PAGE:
Low prices, solid customer service and an increasing willingness by consumers to spend on discretionary items contributed to Amazon.com Inc.'s solid third quarter, and the growth should continue despite weakness elsewhere in retail.
Amazon shares soared to an all-time high Friday after the Seattle-based online retailer stunned analysts and investors by reporting that third-quarter net income grew 68 percent — a clear sign that consumers are spending on Amazon, even though the economy is still stuttering.
"I think people are finding they want to start purchasing again," Bernstein Research analyst Jeffrey Lindsay said Friday. "There's pent-up demand for this stuff, and the lion's share is going to Amazon these days."
Lindsay attributes growth partly to the demographics of Amazon's customer base, which he believes has more money than the average U.S. consumer to spend on nonessentials like books and video games.
He added that the company has earned trust among buyers, who know that Amazon will work to fix any problems, regardless of whether an item was bought from Amazon directly or from partner retailers that sell through Amazon's Web site and often fulfill the orders themselves.
Kaufman Bros. analyst Aaron Kessler believes that Amazon also benefited from consumers buying more expensive items during the quarter. He noted that Amazon's revenue grew much faster than the number of items sold.
Amazon does not indicate how many items it sells each quarter, but it releases the percentage growth — 32 percent year-over-year in the most recent quarter, compared with 28 percent in the second quarter. Revenue, meanwhile, gained 28 percent year-over-year to $5.45 billion in the most recent quarter, compared with a 14 percent climb in the prior quarter.
Amazon said Thursday that it earned $199 million, or 45 cents per share, in the third quarter, far surpassing Wall Street expectations.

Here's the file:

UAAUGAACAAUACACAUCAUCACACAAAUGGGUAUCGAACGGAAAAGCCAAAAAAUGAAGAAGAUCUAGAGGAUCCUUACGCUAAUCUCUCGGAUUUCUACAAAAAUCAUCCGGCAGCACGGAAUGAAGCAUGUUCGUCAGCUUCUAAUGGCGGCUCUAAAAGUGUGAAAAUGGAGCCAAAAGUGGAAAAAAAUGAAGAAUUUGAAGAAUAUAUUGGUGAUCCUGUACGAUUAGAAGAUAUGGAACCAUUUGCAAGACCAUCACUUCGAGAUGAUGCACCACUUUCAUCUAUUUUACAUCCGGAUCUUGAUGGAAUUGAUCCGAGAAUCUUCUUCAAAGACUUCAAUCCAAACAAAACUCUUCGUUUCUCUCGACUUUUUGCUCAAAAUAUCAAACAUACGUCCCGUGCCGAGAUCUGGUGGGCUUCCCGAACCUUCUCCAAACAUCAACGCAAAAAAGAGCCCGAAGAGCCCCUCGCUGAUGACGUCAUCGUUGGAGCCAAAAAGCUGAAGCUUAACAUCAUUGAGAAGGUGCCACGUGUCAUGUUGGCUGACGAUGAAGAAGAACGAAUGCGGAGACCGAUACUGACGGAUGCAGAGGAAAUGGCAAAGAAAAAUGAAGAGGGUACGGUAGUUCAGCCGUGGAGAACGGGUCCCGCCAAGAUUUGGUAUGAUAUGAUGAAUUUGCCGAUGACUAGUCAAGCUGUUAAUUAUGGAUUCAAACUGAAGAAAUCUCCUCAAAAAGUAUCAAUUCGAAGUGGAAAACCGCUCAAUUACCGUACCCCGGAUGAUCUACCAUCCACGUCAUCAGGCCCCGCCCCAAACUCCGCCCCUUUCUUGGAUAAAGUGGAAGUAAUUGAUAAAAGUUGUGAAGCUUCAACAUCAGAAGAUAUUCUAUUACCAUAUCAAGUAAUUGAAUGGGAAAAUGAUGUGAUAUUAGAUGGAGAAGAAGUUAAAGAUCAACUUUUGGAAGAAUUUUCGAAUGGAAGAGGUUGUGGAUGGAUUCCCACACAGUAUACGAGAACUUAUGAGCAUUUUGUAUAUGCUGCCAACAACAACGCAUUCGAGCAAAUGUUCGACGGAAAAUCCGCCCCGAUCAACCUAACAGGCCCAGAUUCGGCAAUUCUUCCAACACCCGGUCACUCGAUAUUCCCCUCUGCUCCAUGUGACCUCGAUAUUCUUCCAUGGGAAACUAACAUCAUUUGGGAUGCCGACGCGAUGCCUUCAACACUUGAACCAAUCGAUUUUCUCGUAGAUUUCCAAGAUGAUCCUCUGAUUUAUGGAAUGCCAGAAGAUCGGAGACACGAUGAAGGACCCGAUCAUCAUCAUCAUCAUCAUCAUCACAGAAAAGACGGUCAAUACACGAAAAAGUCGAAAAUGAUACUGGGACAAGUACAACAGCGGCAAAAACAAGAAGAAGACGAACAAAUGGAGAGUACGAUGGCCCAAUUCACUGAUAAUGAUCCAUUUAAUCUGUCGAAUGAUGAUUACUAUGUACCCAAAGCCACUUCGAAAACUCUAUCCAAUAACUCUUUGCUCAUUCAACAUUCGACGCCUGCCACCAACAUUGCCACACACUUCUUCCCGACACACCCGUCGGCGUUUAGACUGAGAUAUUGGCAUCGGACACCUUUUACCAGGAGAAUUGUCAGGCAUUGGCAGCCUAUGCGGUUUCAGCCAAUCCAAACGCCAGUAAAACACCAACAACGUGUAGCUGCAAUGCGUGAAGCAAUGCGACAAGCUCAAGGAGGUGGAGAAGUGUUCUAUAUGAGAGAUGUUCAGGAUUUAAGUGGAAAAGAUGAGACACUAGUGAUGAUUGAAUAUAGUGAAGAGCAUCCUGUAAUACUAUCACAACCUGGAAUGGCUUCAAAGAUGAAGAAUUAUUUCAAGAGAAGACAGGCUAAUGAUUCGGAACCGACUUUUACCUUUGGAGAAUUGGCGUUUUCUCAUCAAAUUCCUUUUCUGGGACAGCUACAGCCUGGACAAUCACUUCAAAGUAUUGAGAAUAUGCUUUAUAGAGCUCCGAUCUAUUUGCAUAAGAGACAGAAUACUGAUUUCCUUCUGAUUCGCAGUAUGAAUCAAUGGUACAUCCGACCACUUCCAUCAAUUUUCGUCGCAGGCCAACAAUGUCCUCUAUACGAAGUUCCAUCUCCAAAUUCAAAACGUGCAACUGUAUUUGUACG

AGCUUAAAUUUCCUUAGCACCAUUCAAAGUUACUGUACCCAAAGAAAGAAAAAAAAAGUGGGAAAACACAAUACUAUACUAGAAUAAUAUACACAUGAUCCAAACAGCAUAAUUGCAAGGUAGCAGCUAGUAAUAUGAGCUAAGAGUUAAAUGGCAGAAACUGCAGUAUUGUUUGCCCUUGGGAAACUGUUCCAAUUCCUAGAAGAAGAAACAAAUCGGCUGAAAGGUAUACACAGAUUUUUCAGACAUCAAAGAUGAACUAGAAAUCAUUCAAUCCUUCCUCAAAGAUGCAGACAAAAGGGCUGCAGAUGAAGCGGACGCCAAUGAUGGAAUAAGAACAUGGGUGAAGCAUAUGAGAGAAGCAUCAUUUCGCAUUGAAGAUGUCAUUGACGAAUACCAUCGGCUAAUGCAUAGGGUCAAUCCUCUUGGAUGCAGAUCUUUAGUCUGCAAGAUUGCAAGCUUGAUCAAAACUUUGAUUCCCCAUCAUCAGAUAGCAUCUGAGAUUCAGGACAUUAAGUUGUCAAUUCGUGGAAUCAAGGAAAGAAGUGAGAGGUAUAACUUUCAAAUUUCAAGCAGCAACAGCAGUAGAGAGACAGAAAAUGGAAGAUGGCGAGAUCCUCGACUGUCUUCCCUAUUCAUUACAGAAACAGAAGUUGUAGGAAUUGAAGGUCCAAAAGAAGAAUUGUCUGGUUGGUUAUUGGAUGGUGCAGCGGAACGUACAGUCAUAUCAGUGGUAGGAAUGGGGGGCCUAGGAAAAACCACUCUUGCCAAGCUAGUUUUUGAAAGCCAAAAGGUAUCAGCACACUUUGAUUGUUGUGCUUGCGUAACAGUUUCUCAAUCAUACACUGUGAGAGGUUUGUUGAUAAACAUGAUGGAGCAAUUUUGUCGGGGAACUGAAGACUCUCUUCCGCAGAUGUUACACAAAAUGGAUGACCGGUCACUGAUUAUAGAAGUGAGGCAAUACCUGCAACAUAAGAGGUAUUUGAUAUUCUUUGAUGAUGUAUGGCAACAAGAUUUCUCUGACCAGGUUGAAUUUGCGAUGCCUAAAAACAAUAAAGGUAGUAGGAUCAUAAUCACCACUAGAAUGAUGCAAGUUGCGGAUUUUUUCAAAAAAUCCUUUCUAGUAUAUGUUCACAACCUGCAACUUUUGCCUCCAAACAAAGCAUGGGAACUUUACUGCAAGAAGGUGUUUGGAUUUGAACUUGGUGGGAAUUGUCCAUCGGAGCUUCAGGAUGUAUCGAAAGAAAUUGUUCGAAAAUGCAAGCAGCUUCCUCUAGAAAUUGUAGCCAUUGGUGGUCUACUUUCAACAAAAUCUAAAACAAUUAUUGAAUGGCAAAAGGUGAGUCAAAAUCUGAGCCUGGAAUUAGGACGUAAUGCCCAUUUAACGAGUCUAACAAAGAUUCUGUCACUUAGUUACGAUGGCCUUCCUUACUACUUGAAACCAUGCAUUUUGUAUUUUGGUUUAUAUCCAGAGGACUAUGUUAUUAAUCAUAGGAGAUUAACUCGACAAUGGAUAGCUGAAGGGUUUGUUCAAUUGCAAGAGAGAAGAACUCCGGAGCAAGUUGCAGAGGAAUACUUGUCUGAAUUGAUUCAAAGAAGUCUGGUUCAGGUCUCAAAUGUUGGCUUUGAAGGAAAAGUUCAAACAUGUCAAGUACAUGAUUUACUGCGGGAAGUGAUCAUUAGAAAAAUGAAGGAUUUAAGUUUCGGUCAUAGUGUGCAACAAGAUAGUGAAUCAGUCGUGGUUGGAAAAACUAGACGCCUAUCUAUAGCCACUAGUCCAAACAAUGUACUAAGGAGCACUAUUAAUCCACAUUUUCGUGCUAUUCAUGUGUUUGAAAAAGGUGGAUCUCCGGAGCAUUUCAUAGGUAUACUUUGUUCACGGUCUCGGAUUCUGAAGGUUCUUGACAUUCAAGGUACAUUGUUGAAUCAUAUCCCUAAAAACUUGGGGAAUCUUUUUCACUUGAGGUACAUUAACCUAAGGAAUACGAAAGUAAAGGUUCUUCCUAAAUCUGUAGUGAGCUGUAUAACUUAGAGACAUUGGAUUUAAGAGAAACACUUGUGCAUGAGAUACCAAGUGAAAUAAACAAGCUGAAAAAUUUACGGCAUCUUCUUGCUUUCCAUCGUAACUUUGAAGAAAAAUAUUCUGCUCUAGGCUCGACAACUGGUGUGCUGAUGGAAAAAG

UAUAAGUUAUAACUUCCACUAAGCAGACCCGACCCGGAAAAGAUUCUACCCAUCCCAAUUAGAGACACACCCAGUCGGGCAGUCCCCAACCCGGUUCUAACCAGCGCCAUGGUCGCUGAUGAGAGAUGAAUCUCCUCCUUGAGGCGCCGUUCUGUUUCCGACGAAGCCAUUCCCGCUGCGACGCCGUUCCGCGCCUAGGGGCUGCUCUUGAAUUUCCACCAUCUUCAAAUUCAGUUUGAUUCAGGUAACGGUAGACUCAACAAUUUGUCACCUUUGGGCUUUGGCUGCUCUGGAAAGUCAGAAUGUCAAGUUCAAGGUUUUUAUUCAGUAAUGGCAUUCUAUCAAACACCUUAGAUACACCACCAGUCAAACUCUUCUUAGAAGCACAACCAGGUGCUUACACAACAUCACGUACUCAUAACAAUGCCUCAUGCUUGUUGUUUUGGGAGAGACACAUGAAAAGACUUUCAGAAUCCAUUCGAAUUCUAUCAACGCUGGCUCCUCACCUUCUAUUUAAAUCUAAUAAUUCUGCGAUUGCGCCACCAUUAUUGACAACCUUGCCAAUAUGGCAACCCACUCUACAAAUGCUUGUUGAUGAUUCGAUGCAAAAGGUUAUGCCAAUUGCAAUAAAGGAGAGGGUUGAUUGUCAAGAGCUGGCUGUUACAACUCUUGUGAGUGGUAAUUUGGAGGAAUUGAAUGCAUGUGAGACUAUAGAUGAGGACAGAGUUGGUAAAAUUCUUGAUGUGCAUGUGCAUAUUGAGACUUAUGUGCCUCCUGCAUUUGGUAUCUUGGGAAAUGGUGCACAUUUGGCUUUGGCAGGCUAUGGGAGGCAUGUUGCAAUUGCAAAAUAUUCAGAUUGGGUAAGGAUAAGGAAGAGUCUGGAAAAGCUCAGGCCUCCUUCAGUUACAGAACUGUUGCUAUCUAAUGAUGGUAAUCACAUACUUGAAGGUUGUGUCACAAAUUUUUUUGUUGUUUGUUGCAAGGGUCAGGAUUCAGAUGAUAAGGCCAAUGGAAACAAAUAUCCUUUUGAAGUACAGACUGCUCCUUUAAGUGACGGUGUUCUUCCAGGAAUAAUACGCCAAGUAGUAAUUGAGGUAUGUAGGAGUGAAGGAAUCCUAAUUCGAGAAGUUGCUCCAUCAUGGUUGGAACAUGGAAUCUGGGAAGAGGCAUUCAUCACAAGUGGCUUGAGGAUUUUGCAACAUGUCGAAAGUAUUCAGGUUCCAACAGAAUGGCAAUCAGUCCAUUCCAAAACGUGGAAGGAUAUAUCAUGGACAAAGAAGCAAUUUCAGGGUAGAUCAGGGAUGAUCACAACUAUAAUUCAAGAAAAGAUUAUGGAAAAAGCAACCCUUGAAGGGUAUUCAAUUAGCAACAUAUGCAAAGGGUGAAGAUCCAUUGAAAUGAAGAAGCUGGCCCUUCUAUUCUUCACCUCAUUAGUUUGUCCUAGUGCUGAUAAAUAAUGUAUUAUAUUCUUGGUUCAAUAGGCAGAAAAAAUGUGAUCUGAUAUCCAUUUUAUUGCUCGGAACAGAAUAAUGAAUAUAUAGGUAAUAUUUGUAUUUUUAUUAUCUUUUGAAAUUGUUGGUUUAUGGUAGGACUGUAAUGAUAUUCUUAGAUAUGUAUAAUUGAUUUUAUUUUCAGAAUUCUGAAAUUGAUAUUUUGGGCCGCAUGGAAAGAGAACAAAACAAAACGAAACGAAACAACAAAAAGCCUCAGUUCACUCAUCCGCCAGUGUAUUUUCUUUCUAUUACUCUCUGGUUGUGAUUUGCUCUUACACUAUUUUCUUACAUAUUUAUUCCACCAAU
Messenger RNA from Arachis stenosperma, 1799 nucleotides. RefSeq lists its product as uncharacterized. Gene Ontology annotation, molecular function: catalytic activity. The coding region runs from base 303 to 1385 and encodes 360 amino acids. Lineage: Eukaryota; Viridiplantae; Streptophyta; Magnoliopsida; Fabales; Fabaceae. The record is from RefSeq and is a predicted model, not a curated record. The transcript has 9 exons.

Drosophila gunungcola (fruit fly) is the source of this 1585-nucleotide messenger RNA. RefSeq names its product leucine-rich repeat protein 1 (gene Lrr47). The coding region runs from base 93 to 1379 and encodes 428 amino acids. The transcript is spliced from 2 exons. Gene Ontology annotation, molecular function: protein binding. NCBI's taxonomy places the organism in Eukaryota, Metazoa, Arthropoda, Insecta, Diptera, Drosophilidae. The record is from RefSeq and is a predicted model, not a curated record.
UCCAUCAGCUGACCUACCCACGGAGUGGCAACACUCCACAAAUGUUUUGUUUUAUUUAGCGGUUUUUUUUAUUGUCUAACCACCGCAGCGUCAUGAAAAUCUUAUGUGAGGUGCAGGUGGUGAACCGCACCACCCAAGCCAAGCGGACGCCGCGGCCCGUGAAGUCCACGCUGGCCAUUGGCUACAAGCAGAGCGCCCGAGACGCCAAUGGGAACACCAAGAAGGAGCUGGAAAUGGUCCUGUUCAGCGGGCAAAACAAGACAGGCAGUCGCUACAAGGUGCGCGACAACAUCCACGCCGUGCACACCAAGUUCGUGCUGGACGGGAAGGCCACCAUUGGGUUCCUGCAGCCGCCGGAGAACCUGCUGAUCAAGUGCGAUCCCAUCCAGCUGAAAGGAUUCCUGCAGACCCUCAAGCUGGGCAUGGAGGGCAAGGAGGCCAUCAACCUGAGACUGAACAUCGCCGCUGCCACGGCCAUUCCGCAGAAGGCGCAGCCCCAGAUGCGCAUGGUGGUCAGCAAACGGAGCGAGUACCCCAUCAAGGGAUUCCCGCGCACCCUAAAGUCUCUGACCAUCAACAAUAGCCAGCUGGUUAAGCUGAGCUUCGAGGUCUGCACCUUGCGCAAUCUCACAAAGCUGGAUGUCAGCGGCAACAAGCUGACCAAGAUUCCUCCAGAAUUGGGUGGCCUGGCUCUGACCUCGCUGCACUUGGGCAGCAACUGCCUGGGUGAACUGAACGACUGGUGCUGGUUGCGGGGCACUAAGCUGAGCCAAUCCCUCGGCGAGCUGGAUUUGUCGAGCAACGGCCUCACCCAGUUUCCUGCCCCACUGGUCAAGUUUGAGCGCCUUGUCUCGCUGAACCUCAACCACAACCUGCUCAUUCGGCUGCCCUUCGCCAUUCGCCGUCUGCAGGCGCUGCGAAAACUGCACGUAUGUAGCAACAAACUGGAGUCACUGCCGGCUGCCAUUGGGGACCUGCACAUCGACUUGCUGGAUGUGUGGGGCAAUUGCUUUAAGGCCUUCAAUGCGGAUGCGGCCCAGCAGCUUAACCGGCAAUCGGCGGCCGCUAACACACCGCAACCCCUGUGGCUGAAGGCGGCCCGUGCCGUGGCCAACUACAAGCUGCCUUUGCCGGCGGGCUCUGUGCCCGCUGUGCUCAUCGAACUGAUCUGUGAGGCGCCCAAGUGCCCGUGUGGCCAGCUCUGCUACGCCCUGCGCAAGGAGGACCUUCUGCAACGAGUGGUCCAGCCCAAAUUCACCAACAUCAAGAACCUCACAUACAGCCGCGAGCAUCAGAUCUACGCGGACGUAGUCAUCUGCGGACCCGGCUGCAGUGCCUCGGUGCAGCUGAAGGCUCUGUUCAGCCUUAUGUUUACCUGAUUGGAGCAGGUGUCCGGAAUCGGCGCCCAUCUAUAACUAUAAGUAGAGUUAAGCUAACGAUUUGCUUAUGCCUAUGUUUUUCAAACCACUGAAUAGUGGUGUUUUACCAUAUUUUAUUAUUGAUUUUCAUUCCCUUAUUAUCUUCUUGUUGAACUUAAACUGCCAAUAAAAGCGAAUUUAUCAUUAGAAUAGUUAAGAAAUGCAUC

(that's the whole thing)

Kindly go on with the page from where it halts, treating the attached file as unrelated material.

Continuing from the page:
And Amazon expects this momentum to continue: It predicted revenue will grow 21 percent to 36 percent in the current quarter.
As a result, Amazon shares rose 25.04, or 26.8 percent, to finish trading at $118.49. Previously, the highest closing price had been $106.69, set in December 1999. During the day, the shares climbed as high as $119.65.
"I think you've seen in general it's a little more confidence that we hit bottom in the economy, so people may be starting to spend a little more," Kessler said.
Can Amazon keep this up in the long term, though? Several analysts believe so.
Lindsay said that while the third-quarter performance was much stronger than he expected, there was no single factor that really led to the growth surge. This makes him confident that Amazon can continue to report strong growth in the future.
And while competitors like Wal-Mart Stores Inc. are working to ramp up their presence on the Web — and competing with Amazon's low prices in the online book market — Lindsay doesn't believe they will pose much of a threat to Amazon.
"It looks like Amazon is so well-positioned in the mind of the consumer that it will very, very hard for competitors to make inroads into that," he said.
Goldman Sachs analyst James Mitchell said in a Friday note to clients that Amazon is "still operating far below any 'natural' limits on its revenue." Mitchell believes that Amazon can raise its share of e-commerce to higher than 12 percent, compared with his current estimate of about 6 percent.
Opinions are divided as to whether Amazon's report indicates the overall retail sector is getting stronger, however. Lindsay said retail is "definitely" coming back, but Kessler is not so convinced.
E-commerce recovered during the third quarter, Kessler said, noting that online marketplace operator eBay Inc. also saw improving sales. But this doesn't necessarily mean that the larger retail sector is doing likewise, he said.
"Overall retail, I think, still remains relatively challenging," he said.